A large amount of NH4 Cl is added and the whole slurry is titrated with 50 meq HCl at 35° C. to pH7. About 300 cc of D.I. H2 O and 69.5 g FeSO4.7H2 O are added and all placed in a 95° C. oven. After 24 hours, and cooled to 25° C. the pH is about 4.5. Some crystalline, FeSO4.nAl(OH)3 is found by x-ray. The resin composite is washed with H2 O, slurried in excess NH4 OH and washed again. The wet resin with 300 ml H2 O and 69.5 g FeSO4.7H2 O, is again placed in a 95° oven. After an additional 24 hours, the resin is again washed with NH4 OH as before, then returned with 20.0 g FeSO4.7H2 O to the 95° C. oven for another 24 hours. The product is now well crystallized.

110 ml of the product is placed in a jacketed temperature controlled column and synthetic brine and water are pumped through at 10 ml/min and 65° C. Samples are collected and titrated for Fe(+2). Feed brine is prepared by adding Fe(2) to 1 g/liter in 25% NaCl [0.035 N Fe(+2)].

______________________________________Brine      Cut      Vol cc     Normality in Fe______________________________________→    1       100        Discarded      2        100        0.0015 N      3        100        0.0030      4        100        0.0030      5        100        0.0120      6        100        0.020      7        100        0.023      8        100        0.026      9        100        0.0275      10       85         0.0282H2 O→   1        50         0.029 N      2        50         0.134      3        25         0.236      4        25         0.188      5        25         0.150      6        25         0.128      7        25         0.112      8        25         0.102      9        25         0.092      10       25         0.084______________________________________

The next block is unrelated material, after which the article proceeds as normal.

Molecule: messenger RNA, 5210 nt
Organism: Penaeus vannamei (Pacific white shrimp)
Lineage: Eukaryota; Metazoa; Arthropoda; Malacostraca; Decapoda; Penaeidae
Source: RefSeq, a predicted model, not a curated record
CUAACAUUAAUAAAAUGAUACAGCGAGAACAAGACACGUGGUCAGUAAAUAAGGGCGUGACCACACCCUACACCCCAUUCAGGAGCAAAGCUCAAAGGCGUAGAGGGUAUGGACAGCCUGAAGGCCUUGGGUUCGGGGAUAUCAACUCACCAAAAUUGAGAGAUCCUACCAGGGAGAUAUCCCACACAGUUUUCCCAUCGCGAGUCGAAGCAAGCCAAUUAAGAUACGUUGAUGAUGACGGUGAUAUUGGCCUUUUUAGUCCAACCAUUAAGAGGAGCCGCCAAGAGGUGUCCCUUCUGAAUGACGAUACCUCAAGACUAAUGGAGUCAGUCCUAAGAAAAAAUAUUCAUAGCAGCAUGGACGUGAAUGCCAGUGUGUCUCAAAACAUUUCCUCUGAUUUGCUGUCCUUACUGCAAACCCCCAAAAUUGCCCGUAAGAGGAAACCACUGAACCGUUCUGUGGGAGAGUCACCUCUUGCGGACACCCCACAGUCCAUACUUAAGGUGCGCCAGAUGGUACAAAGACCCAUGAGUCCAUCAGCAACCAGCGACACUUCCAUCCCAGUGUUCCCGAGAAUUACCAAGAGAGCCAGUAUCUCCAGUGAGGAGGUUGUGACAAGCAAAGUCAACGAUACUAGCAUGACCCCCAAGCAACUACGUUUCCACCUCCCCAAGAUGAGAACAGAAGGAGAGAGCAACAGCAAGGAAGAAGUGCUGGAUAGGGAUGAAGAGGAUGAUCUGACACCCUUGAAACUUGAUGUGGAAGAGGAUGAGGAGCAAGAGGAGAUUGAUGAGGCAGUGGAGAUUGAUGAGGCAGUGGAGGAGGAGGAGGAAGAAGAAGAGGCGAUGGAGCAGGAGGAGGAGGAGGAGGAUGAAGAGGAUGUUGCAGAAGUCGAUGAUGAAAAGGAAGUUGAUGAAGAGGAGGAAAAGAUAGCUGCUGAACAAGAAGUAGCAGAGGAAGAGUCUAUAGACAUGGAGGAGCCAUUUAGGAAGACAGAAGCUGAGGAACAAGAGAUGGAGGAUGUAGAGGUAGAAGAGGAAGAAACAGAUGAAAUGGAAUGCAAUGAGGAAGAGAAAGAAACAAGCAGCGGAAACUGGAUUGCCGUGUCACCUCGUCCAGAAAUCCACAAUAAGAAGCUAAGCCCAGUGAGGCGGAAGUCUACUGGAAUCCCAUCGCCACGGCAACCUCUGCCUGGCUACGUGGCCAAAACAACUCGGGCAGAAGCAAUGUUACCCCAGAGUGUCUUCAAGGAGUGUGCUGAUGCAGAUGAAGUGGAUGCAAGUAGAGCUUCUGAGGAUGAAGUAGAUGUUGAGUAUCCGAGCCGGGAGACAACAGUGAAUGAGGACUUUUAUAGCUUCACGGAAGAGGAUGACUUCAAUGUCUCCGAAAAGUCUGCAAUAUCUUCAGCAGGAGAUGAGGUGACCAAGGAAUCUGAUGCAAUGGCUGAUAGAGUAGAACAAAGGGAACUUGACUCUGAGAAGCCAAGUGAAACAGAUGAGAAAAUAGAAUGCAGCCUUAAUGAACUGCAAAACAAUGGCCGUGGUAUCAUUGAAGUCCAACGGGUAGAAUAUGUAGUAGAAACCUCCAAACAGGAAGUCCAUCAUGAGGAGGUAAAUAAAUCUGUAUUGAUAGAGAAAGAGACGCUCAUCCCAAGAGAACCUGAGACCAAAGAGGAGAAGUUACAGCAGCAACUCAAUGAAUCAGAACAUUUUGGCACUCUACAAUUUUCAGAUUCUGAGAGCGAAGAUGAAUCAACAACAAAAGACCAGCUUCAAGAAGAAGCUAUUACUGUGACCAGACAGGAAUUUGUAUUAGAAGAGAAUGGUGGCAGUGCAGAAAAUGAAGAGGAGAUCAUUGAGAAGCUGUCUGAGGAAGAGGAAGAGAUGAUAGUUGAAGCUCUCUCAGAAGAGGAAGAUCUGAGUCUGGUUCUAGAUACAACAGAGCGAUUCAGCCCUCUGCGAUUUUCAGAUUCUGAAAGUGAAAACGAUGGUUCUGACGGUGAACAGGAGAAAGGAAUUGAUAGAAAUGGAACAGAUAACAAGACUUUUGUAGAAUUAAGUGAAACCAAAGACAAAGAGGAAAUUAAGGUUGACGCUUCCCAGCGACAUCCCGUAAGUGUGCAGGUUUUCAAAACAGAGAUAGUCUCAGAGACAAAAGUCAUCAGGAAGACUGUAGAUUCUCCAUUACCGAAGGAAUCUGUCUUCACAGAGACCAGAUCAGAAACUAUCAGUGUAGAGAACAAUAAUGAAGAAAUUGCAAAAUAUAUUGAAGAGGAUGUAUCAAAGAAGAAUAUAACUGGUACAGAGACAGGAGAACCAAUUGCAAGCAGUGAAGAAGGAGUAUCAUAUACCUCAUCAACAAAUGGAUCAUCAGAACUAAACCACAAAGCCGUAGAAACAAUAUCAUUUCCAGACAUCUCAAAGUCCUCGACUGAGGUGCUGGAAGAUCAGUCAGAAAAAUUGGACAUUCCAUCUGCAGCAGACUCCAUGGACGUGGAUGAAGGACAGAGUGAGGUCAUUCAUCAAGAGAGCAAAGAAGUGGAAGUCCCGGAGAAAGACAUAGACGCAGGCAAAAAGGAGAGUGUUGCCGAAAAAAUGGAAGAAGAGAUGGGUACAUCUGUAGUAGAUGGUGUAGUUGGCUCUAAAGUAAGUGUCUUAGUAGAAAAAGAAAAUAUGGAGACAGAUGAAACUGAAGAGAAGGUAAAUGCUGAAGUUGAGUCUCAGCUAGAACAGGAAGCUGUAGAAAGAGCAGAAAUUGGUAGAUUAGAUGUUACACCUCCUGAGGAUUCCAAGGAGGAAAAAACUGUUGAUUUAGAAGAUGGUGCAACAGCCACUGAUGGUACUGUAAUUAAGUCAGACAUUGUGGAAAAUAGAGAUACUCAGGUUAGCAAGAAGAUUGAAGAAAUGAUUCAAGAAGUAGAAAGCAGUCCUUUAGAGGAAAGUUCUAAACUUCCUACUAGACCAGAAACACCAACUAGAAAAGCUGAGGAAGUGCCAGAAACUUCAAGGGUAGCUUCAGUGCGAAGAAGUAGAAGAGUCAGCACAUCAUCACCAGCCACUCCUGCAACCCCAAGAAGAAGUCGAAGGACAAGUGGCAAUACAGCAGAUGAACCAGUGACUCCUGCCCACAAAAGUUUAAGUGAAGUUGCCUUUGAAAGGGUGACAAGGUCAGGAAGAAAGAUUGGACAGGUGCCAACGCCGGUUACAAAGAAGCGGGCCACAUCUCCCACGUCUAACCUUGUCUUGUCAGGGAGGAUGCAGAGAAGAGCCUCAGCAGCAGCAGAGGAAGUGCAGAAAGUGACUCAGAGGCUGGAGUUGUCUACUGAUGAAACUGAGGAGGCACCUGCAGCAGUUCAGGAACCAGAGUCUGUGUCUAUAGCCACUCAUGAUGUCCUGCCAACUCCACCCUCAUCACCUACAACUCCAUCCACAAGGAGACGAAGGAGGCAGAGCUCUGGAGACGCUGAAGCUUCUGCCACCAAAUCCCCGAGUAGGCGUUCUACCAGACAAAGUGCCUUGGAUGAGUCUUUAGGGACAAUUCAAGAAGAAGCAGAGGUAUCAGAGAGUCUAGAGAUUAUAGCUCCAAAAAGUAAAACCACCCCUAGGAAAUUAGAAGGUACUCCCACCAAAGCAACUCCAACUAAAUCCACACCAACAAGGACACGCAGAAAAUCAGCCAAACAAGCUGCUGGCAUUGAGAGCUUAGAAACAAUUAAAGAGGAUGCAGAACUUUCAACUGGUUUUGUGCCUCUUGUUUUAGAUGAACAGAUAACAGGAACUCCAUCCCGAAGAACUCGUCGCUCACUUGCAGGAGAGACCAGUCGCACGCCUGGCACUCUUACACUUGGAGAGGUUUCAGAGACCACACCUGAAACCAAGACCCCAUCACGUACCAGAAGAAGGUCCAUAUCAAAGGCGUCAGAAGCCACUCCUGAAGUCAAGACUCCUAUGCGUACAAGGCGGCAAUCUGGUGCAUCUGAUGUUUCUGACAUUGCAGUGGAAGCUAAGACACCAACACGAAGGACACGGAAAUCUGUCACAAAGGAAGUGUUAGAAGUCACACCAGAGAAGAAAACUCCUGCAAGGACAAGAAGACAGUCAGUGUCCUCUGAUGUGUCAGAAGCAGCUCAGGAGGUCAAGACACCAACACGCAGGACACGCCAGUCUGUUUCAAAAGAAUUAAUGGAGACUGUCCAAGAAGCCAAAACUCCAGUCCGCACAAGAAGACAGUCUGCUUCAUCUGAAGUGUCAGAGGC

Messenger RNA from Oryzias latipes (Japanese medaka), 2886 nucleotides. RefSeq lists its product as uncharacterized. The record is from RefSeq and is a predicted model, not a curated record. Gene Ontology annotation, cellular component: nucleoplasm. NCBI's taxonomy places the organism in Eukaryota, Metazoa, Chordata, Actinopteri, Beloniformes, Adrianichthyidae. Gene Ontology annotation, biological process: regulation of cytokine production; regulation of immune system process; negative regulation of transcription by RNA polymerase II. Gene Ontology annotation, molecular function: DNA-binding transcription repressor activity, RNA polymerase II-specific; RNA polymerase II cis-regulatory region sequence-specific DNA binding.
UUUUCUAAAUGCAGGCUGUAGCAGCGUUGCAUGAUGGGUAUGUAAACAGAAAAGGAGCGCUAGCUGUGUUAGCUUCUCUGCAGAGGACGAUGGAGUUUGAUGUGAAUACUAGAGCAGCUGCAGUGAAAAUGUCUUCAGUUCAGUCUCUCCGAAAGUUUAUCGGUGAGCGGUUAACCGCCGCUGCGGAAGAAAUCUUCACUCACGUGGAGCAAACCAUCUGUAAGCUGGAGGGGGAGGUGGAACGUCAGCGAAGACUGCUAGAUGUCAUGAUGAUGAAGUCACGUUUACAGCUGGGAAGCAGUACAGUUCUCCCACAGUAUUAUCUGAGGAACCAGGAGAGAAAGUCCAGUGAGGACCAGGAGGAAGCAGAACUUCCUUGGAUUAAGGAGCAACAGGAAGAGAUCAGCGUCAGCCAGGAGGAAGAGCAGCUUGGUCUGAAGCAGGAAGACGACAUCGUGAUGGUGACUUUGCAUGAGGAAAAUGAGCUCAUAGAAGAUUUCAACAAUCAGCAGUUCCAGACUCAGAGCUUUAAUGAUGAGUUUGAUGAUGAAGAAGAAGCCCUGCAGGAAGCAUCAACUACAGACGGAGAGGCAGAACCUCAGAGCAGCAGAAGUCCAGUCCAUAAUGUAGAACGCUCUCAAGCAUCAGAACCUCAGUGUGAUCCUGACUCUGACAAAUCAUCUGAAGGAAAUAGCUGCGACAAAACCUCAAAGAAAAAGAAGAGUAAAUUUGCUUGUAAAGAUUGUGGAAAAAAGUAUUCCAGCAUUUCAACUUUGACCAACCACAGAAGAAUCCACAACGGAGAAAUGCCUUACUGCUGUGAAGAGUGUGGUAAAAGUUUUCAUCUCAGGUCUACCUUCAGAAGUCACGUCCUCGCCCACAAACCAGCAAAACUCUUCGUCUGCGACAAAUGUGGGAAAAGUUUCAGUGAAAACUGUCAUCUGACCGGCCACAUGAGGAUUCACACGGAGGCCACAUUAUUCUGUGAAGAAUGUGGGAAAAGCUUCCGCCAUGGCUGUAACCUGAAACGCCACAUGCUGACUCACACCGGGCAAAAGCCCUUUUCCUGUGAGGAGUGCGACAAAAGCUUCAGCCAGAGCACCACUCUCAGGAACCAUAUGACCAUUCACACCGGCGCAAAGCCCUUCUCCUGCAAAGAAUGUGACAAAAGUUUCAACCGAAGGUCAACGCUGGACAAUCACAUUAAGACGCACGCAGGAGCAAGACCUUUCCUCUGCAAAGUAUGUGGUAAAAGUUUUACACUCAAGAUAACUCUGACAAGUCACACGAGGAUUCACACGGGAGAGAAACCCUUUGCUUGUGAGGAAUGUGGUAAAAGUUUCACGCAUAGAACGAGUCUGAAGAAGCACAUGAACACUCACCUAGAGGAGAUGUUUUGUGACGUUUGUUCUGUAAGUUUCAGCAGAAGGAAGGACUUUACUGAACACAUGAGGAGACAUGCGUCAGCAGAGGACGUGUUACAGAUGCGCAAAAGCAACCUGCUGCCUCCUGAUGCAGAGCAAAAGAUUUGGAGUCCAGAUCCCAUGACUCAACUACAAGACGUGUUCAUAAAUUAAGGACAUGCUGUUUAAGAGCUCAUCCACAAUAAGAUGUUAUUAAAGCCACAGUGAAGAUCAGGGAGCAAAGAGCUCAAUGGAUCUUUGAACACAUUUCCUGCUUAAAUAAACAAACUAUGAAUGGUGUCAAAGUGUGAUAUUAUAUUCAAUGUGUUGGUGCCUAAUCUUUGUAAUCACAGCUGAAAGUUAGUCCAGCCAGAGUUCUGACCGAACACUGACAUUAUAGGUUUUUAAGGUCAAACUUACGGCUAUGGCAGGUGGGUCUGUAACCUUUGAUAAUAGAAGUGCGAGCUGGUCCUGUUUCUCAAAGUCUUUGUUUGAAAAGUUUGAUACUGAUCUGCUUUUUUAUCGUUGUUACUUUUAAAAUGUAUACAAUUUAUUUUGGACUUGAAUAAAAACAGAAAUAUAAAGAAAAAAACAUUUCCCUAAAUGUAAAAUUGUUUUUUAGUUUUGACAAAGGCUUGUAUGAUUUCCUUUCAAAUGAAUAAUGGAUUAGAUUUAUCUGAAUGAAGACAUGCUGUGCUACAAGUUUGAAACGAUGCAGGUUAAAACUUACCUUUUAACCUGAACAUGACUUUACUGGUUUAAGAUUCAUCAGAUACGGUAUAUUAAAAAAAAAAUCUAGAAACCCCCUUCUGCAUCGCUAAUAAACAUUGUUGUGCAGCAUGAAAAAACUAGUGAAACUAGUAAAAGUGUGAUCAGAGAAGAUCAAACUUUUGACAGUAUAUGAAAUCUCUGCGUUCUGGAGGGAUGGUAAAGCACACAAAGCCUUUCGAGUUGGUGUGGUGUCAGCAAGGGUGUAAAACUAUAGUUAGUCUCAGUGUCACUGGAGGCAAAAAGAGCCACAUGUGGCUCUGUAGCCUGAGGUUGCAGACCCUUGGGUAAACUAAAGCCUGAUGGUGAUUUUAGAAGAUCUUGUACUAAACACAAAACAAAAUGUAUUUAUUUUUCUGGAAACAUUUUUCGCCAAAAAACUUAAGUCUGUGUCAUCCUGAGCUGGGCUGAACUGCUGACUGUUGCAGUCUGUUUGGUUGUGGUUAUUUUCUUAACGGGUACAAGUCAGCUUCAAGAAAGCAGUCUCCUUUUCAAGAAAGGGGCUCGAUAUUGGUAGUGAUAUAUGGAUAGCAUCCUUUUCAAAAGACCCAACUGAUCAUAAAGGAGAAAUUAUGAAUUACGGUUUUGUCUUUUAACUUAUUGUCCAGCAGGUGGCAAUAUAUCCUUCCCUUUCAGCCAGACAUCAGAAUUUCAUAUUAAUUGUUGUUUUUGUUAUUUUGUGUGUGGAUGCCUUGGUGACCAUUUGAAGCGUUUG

EXAMPLE 7 (Recovery of metal ions from solution)

Removal of transition metal ions (i.e., Cu, Zn, Mn, Fe, Co, or Ni) from aqueous solution is accomplished by using a crystalline transition metal aluminate of the formula MAZ.nAl(OH)3.mH2 O as described supra, where the transition metal (M) in the aluminate is the same as the transition metal in the aqueous solution. This is done by water-eluting some, but not all, of the MAZ values from the crystal, making the crystal deficient in MAZ values, thus enabling the crystal to take up additional MAZ values in the crystal; such "water-elution" may also be called an "unloading" step.

Thus, a brine solution containing transition metal ions is contacted with a crystal having a deficiency of the same ion, the crystal takes up transition metal ions from the brine until the crystal becomes substantially "re-loaded" with the transition metal. Then a substantial amount of the transition metal is water-eluted, giving a relatively much purer solution of the transition metal than the original brine solution; the unloaded crystal is now ready to take up more transition metal values from the brine. Exhaustive unloading of the crystal should be avoided so as to assure that the integrity of the three-layer hydrous alumina hexagonal crystal is not destroyed.

Other modifications and embodiments will become apparent to practitioners of the relevant arts, having learned of this invention and the invention is limited only by the following claims.

Patent Citations
Cited PatentFiling datePublication dateApplicantTitle